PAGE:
Dendrocygna viduata 

Scope: Global
Language: English

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Taxonomy [top]

Kingdom Phylum Class Order Family
Animalia Chordata Aves Anseriformes Anatidae

Scientific Name: Dendrocygna viduata (Linnaeus, 1766)
Common Name(s):
English White-faced Whistling-duck, White-faced Duck, White-faced Whistling Duck, White-faced Whistling-Duck
French Dendrocygne veuf
Taxonomic Source(s): SACC. 2005 and updates. A classification of the bird species of South America. Available at: #

Assessment Information [top]

Red List Category & Criteria: Least Concern ver 3.1
Year Published: 2016
Date Assessed: 2016-10-01
Assessor(s): BirdLife International
Reviewer(s): Butchart, S. & Symes, A.
Facilitator/Compiler(s): Ekstrom, J., Butchart, S., Malpas, L.
This species has an extremely large range, and hence does not approach the thresholds for Vulnerable under the range size criterion (Extent of Occurrence <20,000 km2 combined with a declining or fluctuating range size, habitat extent/quality, or population size and a small number of locations or severe fragmentation). The population trend appears to be increasing, and hence the species does not approach the thresholds for Vulnerable under the population trend criterion (>30% decline over ten years or three generations). The population size is extremely large, and hence does not approach the thresholds for Vulnerable under the population size criterion (<10,000 mature individuals with a continuing decline estimated to be >10% in ten years or three generations, or with a specified population structure). For these reasons the species is evaluated as Least Concern.
Previously published Red List assessments:

Geographic Range [top]

Countries occurrence:
Angola; Antigua and Barbuda; Argentina; Aruba; Barbados; Benin; Bolivia, Plurinational States of; Botswana; Brazil; Burkina Faso; Burundi; Cameroon; Central African Republic; Chad; Colombia; Comoros; Congo; Congo, The Democratic Republic of the; Côte d'Ivoire; Cuba; Dominica; Dominican Republic; Equatorial Guinea; Eritrea; Ethiopia; French Guiana; Gabon; Gambia; Ghana; Guadeloupe; Guinea; Guinea-Bissau; Guyana; Haiti; Kenya; Lesotho; Liberia; Madagascar; Malawi; Mali; Martinique; Mauritania; Mauritius; Mayotte; Montserrat; Mozambique; Namibia; Nicaragua; Niger; Nigeria; Paraguay; Peru; Réunion; Rwanda; Saint Kitts and Nevis; Saint Lucia; Saint Vincent and the Grenadines; Senegal; Sierra Leone; Somalia; South Africa; South Sudan; Sudan; Suriname; Swaziland; Tanzania, United Republic of; Togo; Trinidad and Tobago; Uganda; Uruguay; Venezuela, Bolivarian Republic of; Zambia; Zimbabwe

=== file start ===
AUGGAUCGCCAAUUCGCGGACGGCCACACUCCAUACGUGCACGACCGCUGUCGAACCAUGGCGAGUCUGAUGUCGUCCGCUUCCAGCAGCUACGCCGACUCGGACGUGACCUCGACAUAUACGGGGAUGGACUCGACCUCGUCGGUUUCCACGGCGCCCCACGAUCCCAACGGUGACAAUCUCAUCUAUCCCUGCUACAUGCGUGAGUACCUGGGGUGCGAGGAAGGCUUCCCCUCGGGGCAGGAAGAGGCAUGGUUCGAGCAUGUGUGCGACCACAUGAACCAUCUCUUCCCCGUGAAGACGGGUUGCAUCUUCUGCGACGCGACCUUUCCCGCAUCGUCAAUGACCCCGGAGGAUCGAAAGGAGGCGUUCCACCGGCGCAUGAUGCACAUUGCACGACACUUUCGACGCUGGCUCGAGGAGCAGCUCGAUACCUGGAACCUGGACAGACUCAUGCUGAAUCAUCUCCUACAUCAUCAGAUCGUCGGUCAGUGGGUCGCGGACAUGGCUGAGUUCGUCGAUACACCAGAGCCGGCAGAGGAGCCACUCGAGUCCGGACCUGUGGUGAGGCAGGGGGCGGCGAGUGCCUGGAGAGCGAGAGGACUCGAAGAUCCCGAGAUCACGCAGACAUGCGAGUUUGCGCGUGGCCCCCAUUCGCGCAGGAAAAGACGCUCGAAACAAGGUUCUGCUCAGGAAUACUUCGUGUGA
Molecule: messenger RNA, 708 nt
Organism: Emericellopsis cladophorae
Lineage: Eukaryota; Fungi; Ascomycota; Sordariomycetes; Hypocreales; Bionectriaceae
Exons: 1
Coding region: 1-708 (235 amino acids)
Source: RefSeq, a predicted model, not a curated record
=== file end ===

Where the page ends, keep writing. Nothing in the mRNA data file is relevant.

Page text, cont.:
Possibly extinct:
Costa Rica
Regionally extinct:
Puerto Rico
Chile; Panama; Seychelles; Spain
Additional data:
Continuing decline in area of occupancy (AOO):Unknown
Extreme fluctuations in area of occupancy (AOO):NoEstimated extent of occurrence (EOO) - km2:75400000
Continuing decline in extent of occurrence (EOO):UnknownExtreme fluctuations in extent of occurrence (EOO):No
Continuing decline in number of locations:Unknown
Extreme fluctuations in the number of locations:No
Upper elevation limit (metres):1000
Range Map:Click here to open the map viewer and explore range.

Population [top]

Population:The population is estimated to number 1,700,000-2,800,000 individuals.

Trend Justification:  The overall population trend is increasing, although some populations are decreasing (Wetlands International 2006).
Current Population Trend:Increasing
Additional data:
Continuing decline of mature individuals:Unknown
Extreme fluctuations:NoPopulation severely fragmented:No
Continuing decline in subpopulations:Unknown
Extreme fluctuations in subpopulations:NoAll individuals in one subpopulation:No